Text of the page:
My paternal great-grandfather Aaron arrived in the United States aboard the S.S. Anchoria on March 12th 1888. The ship departed from Glasgow. No one knows how he got from Poland/Russia to Glasgow. His 2 year old son Herman arrived in the United States in 1890. His wife Eva made it to the US in 1892. This pattern shows the desperation: no one sends a two-year old alone on a trans-atlantic voyage voluntarily.
It also shows that it took exactly two years of work in the United States to be able to afford passage for one family member.
My paternal great-grandparents lived in Harlem, which at the time had the third largest Jewish population in the world. Most of what are now considered black neighborhoods in New York were Jewish neighborhoods before. Non-Jewish white landlords would not rent or sell to black families, but the Jews would.
My great-grandparents were fleeing persecution and saw the Pogroms coming, and all of them made it to the United States. This is a similar story to my maternal grandparents. My maternal grandfather arrived in the United States from Russia on September 14, 1906, aboard the SS Smolensk. He was from what is now called Latvia, and given that date he must have known that the surrounding parts of the Russian Empire were actively persecuting Jews.
I wouldn’t be here if they hadn’t run.
On February 25, 1910, my paternal great-grandfather made the front page of the New York Times. The story goes that he was trying to take the New York subway, but accidentally dropped his change (a dime) into the box where he was supposed to deposit his ticket. The staff told him that he would have his money returned once they finished taking tickets from everyone, but he demanded it be done immediately, holding up the train traffic and making a stink. He and his son (my great-uncle) Herman were therefore fined and jailed overnight.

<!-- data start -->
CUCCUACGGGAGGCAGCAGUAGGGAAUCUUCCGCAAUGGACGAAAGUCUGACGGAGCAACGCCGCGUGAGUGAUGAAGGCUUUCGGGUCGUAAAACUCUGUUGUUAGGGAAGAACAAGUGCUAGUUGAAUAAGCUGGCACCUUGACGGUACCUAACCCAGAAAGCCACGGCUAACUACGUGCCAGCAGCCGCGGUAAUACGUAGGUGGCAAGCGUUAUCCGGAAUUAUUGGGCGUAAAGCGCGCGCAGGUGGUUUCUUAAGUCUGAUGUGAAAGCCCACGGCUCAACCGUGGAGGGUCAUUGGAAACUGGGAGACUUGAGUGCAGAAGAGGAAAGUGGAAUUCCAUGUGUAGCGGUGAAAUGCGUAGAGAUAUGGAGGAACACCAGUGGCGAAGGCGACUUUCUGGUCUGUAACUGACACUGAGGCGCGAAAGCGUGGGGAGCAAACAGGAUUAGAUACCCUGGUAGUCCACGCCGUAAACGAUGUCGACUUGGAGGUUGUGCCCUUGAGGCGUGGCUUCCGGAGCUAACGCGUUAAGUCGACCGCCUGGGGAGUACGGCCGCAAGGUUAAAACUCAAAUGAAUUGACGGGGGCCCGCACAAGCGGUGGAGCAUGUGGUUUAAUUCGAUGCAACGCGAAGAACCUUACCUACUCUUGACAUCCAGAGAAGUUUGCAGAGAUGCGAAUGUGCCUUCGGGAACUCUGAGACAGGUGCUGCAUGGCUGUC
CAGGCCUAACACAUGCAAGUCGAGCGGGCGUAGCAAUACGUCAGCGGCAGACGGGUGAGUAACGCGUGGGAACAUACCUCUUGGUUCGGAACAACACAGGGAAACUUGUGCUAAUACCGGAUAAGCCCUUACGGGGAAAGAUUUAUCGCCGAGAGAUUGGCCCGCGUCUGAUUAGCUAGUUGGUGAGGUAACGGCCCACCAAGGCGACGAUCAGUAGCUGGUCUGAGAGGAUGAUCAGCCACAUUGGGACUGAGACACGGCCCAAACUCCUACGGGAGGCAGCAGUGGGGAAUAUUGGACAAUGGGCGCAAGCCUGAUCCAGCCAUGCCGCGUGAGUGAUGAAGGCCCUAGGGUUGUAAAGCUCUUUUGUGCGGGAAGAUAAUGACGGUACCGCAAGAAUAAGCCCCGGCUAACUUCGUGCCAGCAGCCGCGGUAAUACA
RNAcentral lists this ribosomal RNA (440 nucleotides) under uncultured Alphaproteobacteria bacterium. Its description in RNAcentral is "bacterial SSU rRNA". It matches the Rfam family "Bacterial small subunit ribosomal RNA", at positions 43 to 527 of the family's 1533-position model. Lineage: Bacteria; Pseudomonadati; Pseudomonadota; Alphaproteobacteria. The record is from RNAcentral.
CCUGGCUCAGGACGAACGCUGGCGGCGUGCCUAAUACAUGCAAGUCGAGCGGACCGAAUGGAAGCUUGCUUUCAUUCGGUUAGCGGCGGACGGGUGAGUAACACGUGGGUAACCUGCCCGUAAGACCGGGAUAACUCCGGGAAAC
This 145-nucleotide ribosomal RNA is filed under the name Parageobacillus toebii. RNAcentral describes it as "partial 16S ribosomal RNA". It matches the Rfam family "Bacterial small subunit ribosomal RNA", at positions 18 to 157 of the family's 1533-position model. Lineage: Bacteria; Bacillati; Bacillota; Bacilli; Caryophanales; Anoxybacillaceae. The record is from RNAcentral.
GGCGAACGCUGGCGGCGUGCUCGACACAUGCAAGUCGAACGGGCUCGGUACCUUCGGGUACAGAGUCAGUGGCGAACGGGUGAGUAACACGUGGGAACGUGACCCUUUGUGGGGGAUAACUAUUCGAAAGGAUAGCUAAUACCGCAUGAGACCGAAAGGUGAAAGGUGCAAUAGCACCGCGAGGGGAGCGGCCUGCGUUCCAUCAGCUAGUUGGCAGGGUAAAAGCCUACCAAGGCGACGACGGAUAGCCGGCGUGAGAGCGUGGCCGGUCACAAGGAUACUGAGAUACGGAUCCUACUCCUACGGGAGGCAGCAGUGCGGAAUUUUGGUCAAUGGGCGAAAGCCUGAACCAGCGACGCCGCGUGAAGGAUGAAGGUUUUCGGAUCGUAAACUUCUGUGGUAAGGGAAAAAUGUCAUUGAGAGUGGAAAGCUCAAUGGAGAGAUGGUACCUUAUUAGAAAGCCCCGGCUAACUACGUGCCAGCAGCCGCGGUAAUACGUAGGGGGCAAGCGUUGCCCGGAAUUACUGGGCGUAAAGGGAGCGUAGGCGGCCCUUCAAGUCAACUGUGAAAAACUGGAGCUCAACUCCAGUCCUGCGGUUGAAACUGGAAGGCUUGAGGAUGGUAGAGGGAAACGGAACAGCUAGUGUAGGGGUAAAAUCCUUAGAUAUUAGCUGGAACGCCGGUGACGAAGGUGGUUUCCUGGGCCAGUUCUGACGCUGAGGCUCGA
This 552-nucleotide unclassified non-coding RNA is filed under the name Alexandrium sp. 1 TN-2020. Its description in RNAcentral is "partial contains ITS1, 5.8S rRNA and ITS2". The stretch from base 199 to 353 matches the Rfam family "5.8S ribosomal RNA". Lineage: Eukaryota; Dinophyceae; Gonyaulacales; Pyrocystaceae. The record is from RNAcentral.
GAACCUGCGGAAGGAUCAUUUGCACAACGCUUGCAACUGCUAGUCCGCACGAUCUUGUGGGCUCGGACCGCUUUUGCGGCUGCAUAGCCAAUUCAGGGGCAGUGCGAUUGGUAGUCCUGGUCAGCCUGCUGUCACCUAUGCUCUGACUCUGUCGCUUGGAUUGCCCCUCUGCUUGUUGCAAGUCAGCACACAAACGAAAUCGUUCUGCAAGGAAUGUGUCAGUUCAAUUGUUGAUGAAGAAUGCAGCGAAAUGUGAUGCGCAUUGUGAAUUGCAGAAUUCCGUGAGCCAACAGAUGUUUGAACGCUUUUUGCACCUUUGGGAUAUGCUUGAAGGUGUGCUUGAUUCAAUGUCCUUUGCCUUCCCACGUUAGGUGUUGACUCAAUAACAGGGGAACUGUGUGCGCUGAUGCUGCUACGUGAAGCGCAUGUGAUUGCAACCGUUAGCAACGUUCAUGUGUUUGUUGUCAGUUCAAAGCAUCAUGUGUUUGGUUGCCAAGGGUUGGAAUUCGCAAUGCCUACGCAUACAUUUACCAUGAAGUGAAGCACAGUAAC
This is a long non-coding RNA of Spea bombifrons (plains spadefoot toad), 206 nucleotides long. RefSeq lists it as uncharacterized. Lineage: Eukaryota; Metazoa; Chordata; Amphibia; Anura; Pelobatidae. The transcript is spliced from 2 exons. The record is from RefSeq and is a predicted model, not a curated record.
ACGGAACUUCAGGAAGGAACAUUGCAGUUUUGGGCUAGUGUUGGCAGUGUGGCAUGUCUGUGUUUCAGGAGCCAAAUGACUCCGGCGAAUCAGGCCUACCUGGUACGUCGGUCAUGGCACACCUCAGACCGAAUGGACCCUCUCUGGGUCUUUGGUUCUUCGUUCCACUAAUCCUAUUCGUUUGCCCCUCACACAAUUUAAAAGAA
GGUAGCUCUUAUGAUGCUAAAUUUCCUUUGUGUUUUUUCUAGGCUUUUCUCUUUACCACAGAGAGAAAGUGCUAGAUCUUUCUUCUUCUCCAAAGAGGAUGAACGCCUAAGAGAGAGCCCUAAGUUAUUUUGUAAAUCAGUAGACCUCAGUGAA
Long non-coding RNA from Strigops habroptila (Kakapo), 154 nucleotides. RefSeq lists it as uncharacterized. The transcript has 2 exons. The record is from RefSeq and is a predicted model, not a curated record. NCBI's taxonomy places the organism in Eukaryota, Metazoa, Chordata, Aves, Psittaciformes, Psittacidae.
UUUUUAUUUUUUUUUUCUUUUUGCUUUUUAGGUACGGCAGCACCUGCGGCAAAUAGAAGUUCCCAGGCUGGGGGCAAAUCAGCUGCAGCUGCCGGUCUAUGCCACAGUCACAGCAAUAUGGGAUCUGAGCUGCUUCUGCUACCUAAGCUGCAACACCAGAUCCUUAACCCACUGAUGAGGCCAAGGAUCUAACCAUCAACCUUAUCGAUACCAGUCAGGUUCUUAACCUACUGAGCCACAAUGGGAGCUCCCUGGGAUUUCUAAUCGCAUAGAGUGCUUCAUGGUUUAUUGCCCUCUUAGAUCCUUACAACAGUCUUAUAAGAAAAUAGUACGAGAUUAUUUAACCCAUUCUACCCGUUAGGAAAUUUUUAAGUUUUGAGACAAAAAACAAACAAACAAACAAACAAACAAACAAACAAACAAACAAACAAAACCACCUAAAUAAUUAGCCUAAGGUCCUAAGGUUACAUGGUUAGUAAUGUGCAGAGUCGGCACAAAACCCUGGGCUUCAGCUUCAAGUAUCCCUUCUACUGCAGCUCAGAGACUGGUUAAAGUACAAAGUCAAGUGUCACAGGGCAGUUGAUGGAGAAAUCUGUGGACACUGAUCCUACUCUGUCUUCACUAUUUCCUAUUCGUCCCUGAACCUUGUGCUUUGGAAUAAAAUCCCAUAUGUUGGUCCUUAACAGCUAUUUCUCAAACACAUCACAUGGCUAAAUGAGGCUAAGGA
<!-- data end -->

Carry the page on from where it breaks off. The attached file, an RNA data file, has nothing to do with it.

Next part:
It took me a long time to see the coded racism in this article, but once it popped out, I can’t ignore it.
My great-grandfather wasn’t a tailor. Tailor was code for “Jew”.
He probably wasn’t making a stink or holding up the line, but this media story of Jewish stinginess was used to justify the treatment by law enforcement, the same way that the media today portrays young black men as thugs and is complicit in systemic injustice and brutality against black Americans.
In today’s dollars, the amount that he was fined was about $150, which for an immigrant family in 1910 was extraordinary. Did the cops (undoubtedly Irish, they all were at the time) beat him up after hauling him away? How did Eva find out her husband and son had been arrested (presumably they hadn’t a telephone in 1910)? She must have been frantic when they didn’t come back from work.
My paternal grandfather was born when my great-grandmother was 42 or 43 years old. They called him a “change of life baby”. Due to this and the short lifespan of Jewish refugees (both of my maternal grandparents were dead by the time my mother was 16 years old), by the time he came of age his parents were dead. There are few stories that bridged the gap, and very little is known about my family history on both sides.
It’s in this loss of family history more than any other way that I distinguish myself from white Americans.
Some distillate romps: